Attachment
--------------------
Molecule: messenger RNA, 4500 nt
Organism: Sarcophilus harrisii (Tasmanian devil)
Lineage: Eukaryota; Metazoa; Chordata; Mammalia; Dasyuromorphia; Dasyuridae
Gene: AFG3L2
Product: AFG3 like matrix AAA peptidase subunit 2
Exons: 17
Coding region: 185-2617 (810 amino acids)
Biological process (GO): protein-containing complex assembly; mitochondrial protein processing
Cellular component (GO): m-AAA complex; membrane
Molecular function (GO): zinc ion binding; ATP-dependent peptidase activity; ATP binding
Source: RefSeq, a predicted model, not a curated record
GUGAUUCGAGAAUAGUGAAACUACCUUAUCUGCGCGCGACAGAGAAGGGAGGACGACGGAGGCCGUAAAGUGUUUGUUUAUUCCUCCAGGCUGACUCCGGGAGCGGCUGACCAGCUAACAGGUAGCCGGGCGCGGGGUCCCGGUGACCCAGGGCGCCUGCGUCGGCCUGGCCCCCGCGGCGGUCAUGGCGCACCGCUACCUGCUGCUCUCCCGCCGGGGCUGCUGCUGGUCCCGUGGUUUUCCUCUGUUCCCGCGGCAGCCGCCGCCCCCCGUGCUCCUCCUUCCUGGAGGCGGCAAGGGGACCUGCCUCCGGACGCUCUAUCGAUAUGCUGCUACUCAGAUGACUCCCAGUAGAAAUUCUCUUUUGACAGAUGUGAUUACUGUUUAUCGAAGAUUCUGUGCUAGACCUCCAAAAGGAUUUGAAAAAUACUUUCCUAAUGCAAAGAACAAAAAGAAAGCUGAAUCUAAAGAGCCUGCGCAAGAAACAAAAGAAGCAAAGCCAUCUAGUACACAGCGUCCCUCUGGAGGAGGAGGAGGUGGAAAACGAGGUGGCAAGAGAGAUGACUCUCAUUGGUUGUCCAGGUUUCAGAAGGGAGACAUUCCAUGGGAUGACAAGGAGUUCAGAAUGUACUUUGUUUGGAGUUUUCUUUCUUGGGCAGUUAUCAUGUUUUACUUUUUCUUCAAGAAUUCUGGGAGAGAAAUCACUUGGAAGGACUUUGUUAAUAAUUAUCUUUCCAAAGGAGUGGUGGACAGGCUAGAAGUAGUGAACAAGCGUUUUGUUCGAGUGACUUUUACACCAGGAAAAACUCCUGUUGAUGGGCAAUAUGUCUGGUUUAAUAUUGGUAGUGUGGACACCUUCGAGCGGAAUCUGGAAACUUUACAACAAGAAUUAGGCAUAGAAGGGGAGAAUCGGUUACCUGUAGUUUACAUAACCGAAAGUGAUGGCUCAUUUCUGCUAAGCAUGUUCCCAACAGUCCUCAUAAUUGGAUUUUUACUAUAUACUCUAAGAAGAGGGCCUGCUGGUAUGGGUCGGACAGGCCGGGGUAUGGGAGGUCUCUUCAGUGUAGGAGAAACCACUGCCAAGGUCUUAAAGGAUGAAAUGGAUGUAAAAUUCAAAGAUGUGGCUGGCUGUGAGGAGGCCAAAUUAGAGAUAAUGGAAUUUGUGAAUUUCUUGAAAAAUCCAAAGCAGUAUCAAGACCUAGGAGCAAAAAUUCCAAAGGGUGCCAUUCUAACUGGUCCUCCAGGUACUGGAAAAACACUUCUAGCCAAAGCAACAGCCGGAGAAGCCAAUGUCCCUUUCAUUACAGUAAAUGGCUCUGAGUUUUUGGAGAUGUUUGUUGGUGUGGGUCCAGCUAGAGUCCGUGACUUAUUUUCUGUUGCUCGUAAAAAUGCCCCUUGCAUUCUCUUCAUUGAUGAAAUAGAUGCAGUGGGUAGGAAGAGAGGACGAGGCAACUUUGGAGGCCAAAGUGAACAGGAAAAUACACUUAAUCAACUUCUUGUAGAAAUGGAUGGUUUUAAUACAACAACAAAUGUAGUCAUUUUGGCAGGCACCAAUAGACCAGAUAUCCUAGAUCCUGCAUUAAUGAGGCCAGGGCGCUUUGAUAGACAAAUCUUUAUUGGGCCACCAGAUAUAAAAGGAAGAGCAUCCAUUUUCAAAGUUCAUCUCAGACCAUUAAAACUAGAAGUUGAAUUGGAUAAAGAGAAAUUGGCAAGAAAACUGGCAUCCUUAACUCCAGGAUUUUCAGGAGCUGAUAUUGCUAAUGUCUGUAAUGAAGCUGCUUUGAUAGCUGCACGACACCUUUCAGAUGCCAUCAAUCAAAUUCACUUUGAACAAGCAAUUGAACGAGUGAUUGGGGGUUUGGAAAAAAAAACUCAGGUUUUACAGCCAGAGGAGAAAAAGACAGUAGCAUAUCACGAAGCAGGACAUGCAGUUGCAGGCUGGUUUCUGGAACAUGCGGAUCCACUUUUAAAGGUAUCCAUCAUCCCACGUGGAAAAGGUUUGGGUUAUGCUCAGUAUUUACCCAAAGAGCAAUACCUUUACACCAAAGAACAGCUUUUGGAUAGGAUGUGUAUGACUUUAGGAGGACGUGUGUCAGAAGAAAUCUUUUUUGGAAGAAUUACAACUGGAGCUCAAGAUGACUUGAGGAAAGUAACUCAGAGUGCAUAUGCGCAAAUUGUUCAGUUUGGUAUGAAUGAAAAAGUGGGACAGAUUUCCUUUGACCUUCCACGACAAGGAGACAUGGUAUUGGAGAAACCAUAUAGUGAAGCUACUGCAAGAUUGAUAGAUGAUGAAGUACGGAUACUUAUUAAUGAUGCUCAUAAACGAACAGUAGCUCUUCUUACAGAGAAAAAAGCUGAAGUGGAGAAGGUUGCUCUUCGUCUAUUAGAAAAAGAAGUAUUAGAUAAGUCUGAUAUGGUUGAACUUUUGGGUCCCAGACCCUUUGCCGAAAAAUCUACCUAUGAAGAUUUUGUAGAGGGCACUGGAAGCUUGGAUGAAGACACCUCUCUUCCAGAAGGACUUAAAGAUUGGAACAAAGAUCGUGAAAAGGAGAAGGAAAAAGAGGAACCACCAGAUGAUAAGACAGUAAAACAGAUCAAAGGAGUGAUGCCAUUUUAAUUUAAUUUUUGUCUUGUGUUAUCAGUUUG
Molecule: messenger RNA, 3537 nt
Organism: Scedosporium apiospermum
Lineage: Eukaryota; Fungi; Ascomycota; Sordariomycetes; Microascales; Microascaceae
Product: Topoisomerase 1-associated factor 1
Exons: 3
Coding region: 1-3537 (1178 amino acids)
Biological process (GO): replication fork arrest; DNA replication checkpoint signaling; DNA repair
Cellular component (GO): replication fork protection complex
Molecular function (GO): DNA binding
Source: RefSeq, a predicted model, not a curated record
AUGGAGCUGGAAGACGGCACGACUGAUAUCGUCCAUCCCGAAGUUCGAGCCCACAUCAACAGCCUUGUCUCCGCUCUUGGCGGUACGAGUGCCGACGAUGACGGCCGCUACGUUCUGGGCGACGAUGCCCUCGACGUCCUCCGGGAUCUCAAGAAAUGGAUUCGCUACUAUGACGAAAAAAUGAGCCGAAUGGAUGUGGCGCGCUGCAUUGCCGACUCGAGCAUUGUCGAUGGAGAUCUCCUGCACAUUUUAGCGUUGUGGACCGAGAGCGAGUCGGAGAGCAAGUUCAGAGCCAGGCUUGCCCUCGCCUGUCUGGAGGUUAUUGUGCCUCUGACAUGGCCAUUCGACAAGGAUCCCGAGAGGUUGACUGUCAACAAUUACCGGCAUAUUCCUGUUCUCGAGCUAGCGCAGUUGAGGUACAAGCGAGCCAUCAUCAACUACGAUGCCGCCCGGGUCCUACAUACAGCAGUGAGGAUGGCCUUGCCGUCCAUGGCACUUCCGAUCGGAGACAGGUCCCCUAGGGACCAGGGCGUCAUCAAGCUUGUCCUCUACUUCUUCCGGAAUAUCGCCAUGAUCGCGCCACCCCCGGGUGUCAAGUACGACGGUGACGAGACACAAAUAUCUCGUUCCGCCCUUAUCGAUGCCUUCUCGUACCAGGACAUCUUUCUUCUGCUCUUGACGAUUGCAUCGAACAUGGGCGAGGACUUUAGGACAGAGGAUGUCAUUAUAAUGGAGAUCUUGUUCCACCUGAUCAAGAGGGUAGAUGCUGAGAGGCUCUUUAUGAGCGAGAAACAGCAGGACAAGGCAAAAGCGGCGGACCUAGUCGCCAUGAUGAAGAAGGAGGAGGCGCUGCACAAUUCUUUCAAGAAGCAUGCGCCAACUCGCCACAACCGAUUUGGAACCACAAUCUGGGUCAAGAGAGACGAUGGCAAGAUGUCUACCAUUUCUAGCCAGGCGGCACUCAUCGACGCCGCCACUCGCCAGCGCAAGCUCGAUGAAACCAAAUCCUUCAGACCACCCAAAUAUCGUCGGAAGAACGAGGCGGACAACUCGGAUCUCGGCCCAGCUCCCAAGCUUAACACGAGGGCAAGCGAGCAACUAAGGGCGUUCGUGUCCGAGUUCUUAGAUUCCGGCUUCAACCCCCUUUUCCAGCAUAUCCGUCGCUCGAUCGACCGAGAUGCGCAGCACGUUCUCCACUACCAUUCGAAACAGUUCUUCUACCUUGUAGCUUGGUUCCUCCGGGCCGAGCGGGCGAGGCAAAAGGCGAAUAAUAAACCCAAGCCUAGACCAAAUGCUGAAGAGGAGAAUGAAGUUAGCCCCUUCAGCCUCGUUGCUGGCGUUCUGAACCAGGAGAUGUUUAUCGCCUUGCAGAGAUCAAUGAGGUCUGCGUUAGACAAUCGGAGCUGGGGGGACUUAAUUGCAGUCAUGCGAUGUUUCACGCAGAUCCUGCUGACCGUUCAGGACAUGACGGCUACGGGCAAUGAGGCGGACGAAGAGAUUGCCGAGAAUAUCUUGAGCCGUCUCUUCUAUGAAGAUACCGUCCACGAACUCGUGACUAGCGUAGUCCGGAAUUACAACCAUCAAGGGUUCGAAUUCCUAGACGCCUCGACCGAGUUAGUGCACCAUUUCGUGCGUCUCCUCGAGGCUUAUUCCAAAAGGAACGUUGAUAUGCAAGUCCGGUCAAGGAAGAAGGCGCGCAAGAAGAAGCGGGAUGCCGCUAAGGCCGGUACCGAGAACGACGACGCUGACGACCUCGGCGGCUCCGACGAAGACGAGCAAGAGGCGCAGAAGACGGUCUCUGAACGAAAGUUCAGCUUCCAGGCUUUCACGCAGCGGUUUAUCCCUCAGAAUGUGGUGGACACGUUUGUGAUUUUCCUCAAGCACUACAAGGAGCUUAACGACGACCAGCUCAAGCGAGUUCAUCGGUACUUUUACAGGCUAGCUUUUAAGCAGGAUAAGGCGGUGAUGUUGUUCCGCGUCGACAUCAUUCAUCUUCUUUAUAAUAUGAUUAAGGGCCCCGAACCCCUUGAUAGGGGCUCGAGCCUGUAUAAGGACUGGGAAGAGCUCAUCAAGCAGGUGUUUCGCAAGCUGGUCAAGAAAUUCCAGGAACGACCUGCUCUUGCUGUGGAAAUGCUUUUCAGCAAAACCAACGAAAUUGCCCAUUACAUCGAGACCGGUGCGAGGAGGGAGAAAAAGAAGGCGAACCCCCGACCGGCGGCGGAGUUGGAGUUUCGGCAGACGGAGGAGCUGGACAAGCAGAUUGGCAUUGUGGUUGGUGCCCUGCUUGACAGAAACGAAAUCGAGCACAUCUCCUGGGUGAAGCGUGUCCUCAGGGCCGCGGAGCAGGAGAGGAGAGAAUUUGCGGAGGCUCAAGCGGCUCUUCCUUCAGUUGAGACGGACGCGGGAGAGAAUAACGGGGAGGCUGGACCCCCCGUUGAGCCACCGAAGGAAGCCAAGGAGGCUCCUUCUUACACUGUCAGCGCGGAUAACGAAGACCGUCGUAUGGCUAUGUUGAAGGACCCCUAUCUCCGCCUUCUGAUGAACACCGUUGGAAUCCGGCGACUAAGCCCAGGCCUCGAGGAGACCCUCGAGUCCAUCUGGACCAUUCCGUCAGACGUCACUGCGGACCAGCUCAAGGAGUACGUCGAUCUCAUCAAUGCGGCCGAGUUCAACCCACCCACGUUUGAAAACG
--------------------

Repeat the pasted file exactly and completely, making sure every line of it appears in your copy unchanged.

Molecule: messenger RNA, 4500 nt
Organism: Sarcophilus harrisii (Tasmanian devil)
Lineage: Eukaryota; Metazoa; Chordata; Mammalia; Dasyuromorphia; Dasyuridae
Gene: AFG3L2
Product: AFG3 like matrix AAA peptidase subunit 2
Exons: 17
Coding region: 185-2617 (810 amino acids)
Biological process (GO): protein-containing complex assembly; mitochondrial protein processing
Cellular component (GO): m-AAA complex; membrane
Molecular function (GO): zinc ion binding; ATP-dependent peptidase activity; ATP binding
Source: RefSeq, a predicted model, not a curated record
GUGAUUCGAGAAUAGUGAAACUACCUUAUCUGCGCGCGACAGAGAAGGGAGGACGACGGAGGCCGUAAAGUGUUUGUUUAUUCCUCCAGGCUGACUCCGGGAGCGGCUGACCAGCUAACAGGUAGCCGGGCGCGGGGUCCCGGUGACCCAGGGCGCCUGCGUCGGCCUGGCCCCCGCGGCGGUCAUGGCGCACCGCUACCUGCUGCUCUCCCGCCGGGGCUGCUGCUGGUCCCGUGGUUUUCCUCUGUUCCCGCGGCAGCCGCCGCCCCCCGUGCUCCUCCUUCCUGGAGGCGGCAAGGGGACCUGCCUCCGGACGCUCUAUCGAUAUGCUGCUACUCAGAUGACUCCCAGUAGAAAUUCUCUUUUGACAGAUGUGAUUACUGUUUAUCGAAGAUUCUGUGCUAGACCUCCAAAAGGAUUUGAAAAAUACUUUCCUAAUGCAAAGAACAAAAAGAAAGCUGAAUCUAAAGAGCCUGCGCAAGAAACAAAAGAAGCAAAGCCAUCUAGUACACAGCGUCCCUCUGGAGGAGGAGGAGGUGGAAAACGAGGUGGCAAGAGAGAUGACUCUCAUUGGUUGUCCAGGUUUCAGAAGGGAGACAUUCCAUGGGAUGACAAGGAGUUCAGAAUGUACUUUGUUUGGAGUUUUCUUUCUUGGGCAGUUAUCAUGUUUUACUUUUUCUUCAAGAAUUCUGGGAGAGAAAUCACUUGGAAGGACUUUGUUAAUAAUUAUCUUUCCAAAGGAGUGGUGGACAGGCUAGAAGUAGUGAACAAGCGUUUUGUUCGAGUGACUUUUACACCAGGAAAAACUCCUGUUGAUGGGCAAUAUGUCUGGUUUAAUAUUGGUAGUGUGGACACCUUCGAGCGGAAUCUGGAAACUUUACAACAAGAAUUAGGCAUAGAAGGGGAGAAUCGGUUACCUGUAGUUUACAUAACCGAAAGUGAUGGCUCAUUUCUGCUAAGCAUGUUCCCAACAGUCCUCAUAAUUGGAUUUUUACUAUAUACUCUAAGAAGAGGGCCUGCUGGUAUGGGUCGGACAGGCCGGGGUAUGGGAGGUCUCUUCAGUGUAGGAGAAACCACUGCCAAGGUCUUAAAGGAUGAAAUGGAUGUAAAAUUCAAAGAUGUGGCUGGCUGUGAGGAGGCCAAAUUAGAGAUAAUGGAAUUUGUGAAUUUCUUGAAAAAUCCAAAGCAGUAUCAAGACCUAGGAGCAAAAAUUCCAAAGGGUGCCAUUCUAACUGGUCCUCCAGGUACUGGAAAAACACUUCUAGCCAAAGCAACAGCCGGAGAAGCCAAUGUCCCUUUCAUUACAGUAAAUGGCUCUGAGUUUUUGGAGAUGUUUGUUGGUGUGGGUCCAGCUAGAGUCCGUGACUUAUUUUCUGUUGCUCGUAAAAAUGCCCCUUGCAUUCUCUUCAUUGAUGAAAUAGAUGCAGUGGGUAGGAAGAGAGGACGAGGCAACUUUGGAGGCCAAAGUGAACAGGAAAAUACACUUAAUCAACUUCUUGUAGAAAUGGAUGGUUUUAAUACAACAACAAAUGUAGUCAUUUUGGCAGGCACCAAUAGACCAGAUAUCCUAGAUCCUGCAUUAAUGAGGCCAGGGCGCUUUGAUAGACAAAUCUUUAUUGGGCCACCAGAUAUAAAAGGAAGAGCAUCCAUUUUCAAAGUUCAUCUCAGACCAUUAAAACUAGAAGUUGAAUUGGAUAAAGAGAAAUUGGCAAGAAAACUGGCAUCCUUAACUCCAGGAUUUUCAGGAGCUGAUAUUGCUAAUGUCUGUAAUGAAGCUGCUUUGAUAGCUGCACGACACCUUUCAGAUGCCAUCAAUCAAAUUCACUUUGAACAAGCAAUUGAACGAGUGAUUGGGGGUUUGGAAAAAAAAACUCAGGUUUUACAGCCAGAGGAGAAAAAGACAGUAGCAUAUCACGAAGCAGGACAUGCAGUUGCAGGCUGGUUUCUGGAACAUGCGGAUCCACUUUUAAAGGUAUCCAUCAUCCCACGUGGAAAAGGUUUGGGUUAUGCUCAGUAUUUACCCAAAGAGCAAUACCUUUACACCAAAGAACAGCUUUUGGAUAGGAUGUGUAUGACUUUAGGAGGACGUGUGUCAGAAGAAAUCUUUUUUGGAAGAAUUACAACUGGAGCUCAAGAUGACUUGAGGAAAGUAACUCAGAGUGCAUAUGCGCAAAUUGUUCAGUUUGGUAUGAAUGAAAAAGUGGGACAGAUUUCCUUUGACCUUCCACGACAAGGAGACAUGGUAUUGGAGAAACCAUAUAGUGAAGCUACUGCAAGAUUGAUAGAUGAUGAAGUACGGAUACUUAUUAAUGAUGCUCAUAAACGAACAGUAGCUCUUCUUACAGAGAAAAAAGCUGAAGUGGAGAAGGUUGCUCUUCGUCUAUUAGAAAAAGAAGUAUUAGAUAAGUCUGAUAUGGUUGAACUUUUGGGUCCCAGACCCUUUGCCGAAAAAUCUACCUAUGAAGAUUUUGUAGAGGGCACUGGAAGCUUGGAUGAAGACACCUCUCUUCCAGAAGGACUUAAAGAUUGGAACAAAGAUCGUGAAAAGGAGAAGGAAAAAGAGGAACCACCAGAUGAUAAGACAGUAAAACAGAUCAAAGGAGUGAUGCCAUUUUAAUUUAAUUUUUGUCUUGUGUUAUCAGUUUG
Molecule: messenger RNA, 3537 nt
Organism: Scedosporium apiospermum
Lineage: Eukaryota; Fungi; Ascomycota; Sordariomycetes; Microascales; Microascaceae
Product: Topoisomerase 1-associated factor 1
Exons: 3
Coding region: 1-3537 (1178 amino acids)
Biological process (GO): replication fork arrest; DNA replication checkpoint signaling; DNA repair
Cellular component (GO): replication fork protection complex
Molecular function (GO): DNA binding
Source: RefSeq, a predicted model, not a curated record
AUGGAGCUGGAAGACGGCACGACUGAUAUCGUCCAUCCCGAAGUUCGAGCCCACAUCAACAGCCUUGUCUCCGCUCUUGGCGGUACGAGUGCCGACGAUGACGGCCGCUACGUUCUGGGCGACGAUGCCCUCGACGUCCUCCGGGAUCUCAAGAAAUGGAUUCGCUACUAUGACGAAAAAAUGAGCCGAAUGGAUGUGGCGCGCUGCAUUGCCGACUCGAGCAUUGUCGAUGGAGAUCUCCUGCACAUUUUAGCGUUGUGGACCGAGAGCGAGUCGGAGAGCAAGUUCAGAGCCAGGCUUGCCCUCGCCUGUCUGGAGGUUAUUGUGCCUCUGACAUGGCCAUUCGACAAGGAUCCCGAGAGGUUGACUGUCAACAAUUACCGGCAUAUUCCUGUUCUCGAGCUAGCGCAGUUGAGGUACAAGCGAGCCAUCAUCAACUACGAUGCCGCCCGGGUCCUACAUACAGCAGUGAGGAUGGCCUUGCCGUCCAUGGCACUUCCGAUCGGAGACAGGUCCCCUAGGGACCAGGGCGUCAUCAAGCUUGUCCUCUACUUCUUCCGGAAUAUCGCCAUGAUCGCGCCACCCCCGGGUGUCAAGUACGACGGUGACGAGACACAAAUAUCUCGUUCCGCCCUUAUCGAUGCCUUCUCGUACCAGGACAUCUUUCUUCUGCUCUUGACGAUUGCAUCGAACAUGGGCGAGGACUUUAGGACAGAGGAUGUCAUUAUAAUGGAGAUCUUGUUCCACCUGAUCAAGAGGGUAGAUGCUGAGAGGCUCUUUAUGAGCGAGAAACAGCAGGACAAGGCAAAAGCGGCGGACCUAGUCGCCAUGAUGAAGAAGGAGGAGGCGCUGCACAAUUCUUUCAAGAAGCAUGCGCCAACUCGCCACAACCGAUUUGGAACCACAAUCUGGGUCAAGAGAGACGAUGGCAAGAUGUCUACCAUUUCUAGCCAGGCGGCACUCAUCGACGCCGCCACUCGCCAGCGCAAGCUCGAUGAAACCAAAUCCUUCAGACCACCCAAAUAUCGUCGGAAGAACGAGGCGGACAACUCGGAUCUCGGCCCAGCUCCCAAGCUUAACACGAGGGCAAGCGAGCAACUAAGGGCGUUCGUGUCCGAGUUCUUAGAUUCCGGCUUCAACCCCCUUUUCCAGCAUAUCCGUCGCUCGAUCGACCGAGAUGCGCAGCACGUUCUCCACUACCAUUCGAAACAGUUCUUCUACCUUGUAGCUUGGUUCCUCCGGGCCGAGCGGGCGAGGCAAAAGGCGAAUAAUAAACCCAAGCCUAGACCAAAUGCUGAAGAGGAGAAUGAAGUUAGCCCCUUCAGCCUCGUUGCUGGCGUUCUGAACCAGGAGAUGUUUAUCGCCUUGCAGAGAUCAAUGAGGUCUGCGUUAGACAAUCGGAGCUGGGGGGACUUAAUUGCAGUCAUGCGAUGUUUCACGCAGAUCCUGCUGACCGUUCAGGACAUGACGGCUACGGGCAAUGAGGCGGACGAAGAGAUUGCCGAGAAUAUCUUGAGCCGUCUCUUCUAUGAAGAUACCGUCCACGAACUCGUGACUAGCGUAGUCCGGAAUUACAACCAUCAAGGGUUCGAAUUCCUAGACGCCUCGACCGAGUUAGUGCACCAUUUCGUGCGUCUCCUCGAGGCUUAUUCCAAAAGGAACGUUGAUAUGCAAGUCCGGUCAAGGAAGAAGGCGCGCAAGAAGAAGCGGGAUGCCGCUAAGGCCGGUACCGAGAACGACGACGCUGACGACCUCGGCGGCUCCGACGAAGACGAGCAAGAGGCGCAGAAGACGGUCUCUGAACGAAAGUUCAGCUUCCAGGCUUUCACGCAGCGGUUUAUCCCUCAGAAUGUGGUGGACACGUUUGUGAUUUUCCUCAAGCACUACAAGGAGCUUAACGACGACCAGCUCAAGCGAGUUCAUCGGUACUUUUACAGGCUAGCUUUUAAGCAGGAUAAGGCGGUGAUGUUGUUCCGCGUCGACAUCAUUCAUCUUCUUUAUAAUAUGAUUAAGGGCCCCGAACCCCUUGAUAGGGGCUCGAGCCUGUAUAAGGACUGGGAAGAGCUCAUCAAGCAGGUGUUUCGCAAGCUGGUCAAGAAAUUCCAGGAACGACCUGCUCUUGCUGUGGAAAUGCUUUUCAGCAAAACCAACGAAAUUGCCCAUUACAUCGAGACCGGUGCGAGGAGGGAGAAAAAGAAGGCGAACCCCCGACCGGCGGCGGAGUUGGAGUUUCGGCAGACGGAGGAGCUGGACAAGCAGAUUGGCAUUGUGGUUGGUGCCCUGCUUGACAGAAACGAAAUCGAGCACAUCUCCUGGGUGAAGCGUGUCCUCAGGGCCGCGGAGCAGGAGAGGAGAGAAUUUGCGGAGGCUCAAGCGGCUCUUCCUUCAGUUGAGACGGACGCGGGAGAGAAUAACGGGGAGGCUGGACCCCCCGUUGAGCCACCGAAGGAAGCCAAGGAGGCUCCUUCUUACACUGUCAGCGCGGAUAACGAAGACCGUCGUAUGGCUAUGUUGAAGGACCCCUAUCUCCGCCUUCUGAUGAACACCGUUGGAAUCCGGCGACUAAGCCCAGGCCUCGAGGAGACCCUCGAGUCCAUCUGGACCAUUCCGUCAGACGUCACUGCGGACCAGCUCAAGGAGUACGUCGAUCUCAUCAAUGCGGCCGAGUUCAACCCACCCACGUUUGAAAACG